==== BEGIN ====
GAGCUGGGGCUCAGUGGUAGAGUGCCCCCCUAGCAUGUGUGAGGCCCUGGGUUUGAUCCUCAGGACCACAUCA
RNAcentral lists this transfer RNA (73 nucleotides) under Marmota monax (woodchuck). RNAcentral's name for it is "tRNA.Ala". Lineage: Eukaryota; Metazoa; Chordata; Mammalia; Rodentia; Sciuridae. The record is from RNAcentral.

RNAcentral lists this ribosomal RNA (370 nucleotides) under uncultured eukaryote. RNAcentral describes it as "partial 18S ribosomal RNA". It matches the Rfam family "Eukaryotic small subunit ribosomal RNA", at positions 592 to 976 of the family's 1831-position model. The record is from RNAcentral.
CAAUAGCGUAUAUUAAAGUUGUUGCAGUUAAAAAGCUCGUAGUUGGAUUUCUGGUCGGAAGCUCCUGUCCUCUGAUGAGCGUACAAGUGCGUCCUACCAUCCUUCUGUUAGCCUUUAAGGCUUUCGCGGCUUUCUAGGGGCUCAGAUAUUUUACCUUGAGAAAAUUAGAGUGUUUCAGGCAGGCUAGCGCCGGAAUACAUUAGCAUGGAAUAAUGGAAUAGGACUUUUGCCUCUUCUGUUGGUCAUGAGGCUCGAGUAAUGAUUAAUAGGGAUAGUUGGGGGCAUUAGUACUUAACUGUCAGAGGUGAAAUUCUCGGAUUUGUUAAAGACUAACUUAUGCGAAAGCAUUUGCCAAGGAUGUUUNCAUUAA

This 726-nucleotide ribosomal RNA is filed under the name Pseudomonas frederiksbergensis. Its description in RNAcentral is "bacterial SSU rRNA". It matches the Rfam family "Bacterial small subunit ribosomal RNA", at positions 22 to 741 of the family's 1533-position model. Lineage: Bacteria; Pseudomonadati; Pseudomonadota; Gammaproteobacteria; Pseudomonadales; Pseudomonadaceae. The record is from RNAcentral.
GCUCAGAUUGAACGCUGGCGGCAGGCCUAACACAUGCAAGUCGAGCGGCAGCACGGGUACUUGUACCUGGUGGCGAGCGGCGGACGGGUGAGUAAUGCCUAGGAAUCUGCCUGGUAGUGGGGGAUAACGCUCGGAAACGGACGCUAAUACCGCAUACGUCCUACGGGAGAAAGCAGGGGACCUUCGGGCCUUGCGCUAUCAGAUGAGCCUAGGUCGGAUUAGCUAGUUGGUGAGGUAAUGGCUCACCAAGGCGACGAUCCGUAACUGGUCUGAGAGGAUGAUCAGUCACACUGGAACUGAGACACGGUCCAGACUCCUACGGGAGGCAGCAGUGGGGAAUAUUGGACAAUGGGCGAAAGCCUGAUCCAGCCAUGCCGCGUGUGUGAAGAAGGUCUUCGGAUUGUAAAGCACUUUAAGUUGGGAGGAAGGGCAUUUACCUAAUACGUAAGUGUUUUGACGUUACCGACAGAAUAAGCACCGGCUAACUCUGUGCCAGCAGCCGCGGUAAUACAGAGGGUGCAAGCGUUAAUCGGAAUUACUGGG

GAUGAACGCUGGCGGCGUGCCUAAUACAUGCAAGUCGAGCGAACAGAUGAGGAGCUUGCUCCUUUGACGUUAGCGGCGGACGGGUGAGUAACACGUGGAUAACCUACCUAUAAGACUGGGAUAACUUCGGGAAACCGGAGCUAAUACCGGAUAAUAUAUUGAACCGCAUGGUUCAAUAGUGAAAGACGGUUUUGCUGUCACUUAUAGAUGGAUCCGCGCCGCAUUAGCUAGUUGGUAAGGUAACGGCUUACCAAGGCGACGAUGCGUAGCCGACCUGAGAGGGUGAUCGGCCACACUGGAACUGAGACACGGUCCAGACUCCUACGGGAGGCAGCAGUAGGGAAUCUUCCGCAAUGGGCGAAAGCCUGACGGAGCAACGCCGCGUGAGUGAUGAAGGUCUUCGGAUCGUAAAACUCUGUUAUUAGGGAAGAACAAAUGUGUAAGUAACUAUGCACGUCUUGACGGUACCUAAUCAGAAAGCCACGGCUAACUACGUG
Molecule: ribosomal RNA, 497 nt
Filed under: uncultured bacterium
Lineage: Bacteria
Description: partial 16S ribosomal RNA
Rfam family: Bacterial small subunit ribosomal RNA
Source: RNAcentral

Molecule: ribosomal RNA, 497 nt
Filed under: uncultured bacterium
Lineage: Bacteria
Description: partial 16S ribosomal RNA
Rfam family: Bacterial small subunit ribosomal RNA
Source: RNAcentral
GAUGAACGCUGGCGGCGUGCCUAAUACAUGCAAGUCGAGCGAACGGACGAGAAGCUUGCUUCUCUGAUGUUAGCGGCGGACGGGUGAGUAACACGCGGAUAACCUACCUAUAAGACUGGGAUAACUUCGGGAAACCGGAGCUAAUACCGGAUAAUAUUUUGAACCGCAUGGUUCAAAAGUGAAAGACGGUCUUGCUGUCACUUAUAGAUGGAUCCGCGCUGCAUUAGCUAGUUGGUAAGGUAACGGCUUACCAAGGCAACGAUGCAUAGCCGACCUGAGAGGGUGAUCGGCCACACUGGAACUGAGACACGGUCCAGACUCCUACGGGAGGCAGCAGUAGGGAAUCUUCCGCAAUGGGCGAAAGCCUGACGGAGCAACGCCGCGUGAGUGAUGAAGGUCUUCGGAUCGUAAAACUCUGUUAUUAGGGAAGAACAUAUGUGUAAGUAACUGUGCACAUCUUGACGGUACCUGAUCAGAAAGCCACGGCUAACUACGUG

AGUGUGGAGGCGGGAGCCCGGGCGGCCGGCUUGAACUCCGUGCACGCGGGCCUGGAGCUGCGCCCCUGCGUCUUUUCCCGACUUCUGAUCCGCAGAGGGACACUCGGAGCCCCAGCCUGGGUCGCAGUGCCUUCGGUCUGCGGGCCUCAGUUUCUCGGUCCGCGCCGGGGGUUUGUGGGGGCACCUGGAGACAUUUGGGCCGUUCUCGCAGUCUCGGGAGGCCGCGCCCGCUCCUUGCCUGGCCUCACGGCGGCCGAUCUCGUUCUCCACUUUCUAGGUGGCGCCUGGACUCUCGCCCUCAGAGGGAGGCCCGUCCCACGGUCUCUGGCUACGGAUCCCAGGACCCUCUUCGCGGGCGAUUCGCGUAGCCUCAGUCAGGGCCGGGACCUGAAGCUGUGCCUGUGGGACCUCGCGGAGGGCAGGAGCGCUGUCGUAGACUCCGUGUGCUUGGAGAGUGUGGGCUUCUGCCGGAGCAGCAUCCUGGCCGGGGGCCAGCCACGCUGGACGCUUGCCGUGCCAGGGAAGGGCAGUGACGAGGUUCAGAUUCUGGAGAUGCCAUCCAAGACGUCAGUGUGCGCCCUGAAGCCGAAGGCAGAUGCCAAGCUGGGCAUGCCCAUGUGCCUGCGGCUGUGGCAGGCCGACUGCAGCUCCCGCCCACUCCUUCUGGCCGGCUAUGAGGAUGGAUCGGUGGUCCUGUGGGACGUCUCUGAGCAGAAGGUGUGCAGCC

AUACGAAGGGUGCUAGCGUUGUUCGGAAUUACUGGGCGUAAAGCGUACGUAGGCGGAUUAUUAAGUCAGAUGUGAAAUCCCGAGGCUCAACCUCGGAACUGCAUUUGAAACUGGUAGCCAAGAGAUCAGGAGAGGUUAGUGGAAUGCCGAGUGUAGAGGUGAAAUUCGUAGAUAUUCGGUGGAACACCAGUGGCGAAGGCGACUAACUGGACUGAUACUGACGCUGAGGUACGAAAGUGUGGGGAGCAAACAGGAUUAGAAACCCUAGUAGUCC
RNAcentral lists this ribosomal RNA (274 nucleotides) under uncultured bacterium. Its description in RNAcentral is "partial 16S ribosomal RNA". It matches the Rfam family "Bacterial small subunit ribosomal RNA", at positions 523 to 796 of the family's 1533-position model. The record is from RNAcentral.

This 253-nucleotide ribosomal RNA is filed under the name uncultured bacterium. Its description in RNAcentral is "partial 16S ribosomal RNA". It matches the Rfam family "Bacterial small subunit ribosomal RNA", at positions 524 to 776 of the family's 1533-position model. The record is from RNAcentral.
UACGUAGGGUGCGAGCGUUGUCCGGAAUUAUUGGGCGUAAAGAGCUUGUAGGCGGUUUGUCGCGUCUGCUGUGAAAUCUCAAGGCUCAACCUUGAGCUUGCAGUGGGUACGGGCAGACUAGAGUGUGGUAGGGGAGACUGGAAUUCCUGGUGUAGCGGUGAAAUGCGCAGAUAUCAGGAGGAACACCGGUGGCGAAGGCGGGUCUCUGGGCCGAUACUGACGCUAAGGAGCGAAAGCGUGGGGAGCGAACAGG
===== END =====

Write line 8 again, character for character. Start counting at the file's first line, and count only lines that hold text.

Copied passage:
Molecule: ribosomal RNA, 497 nt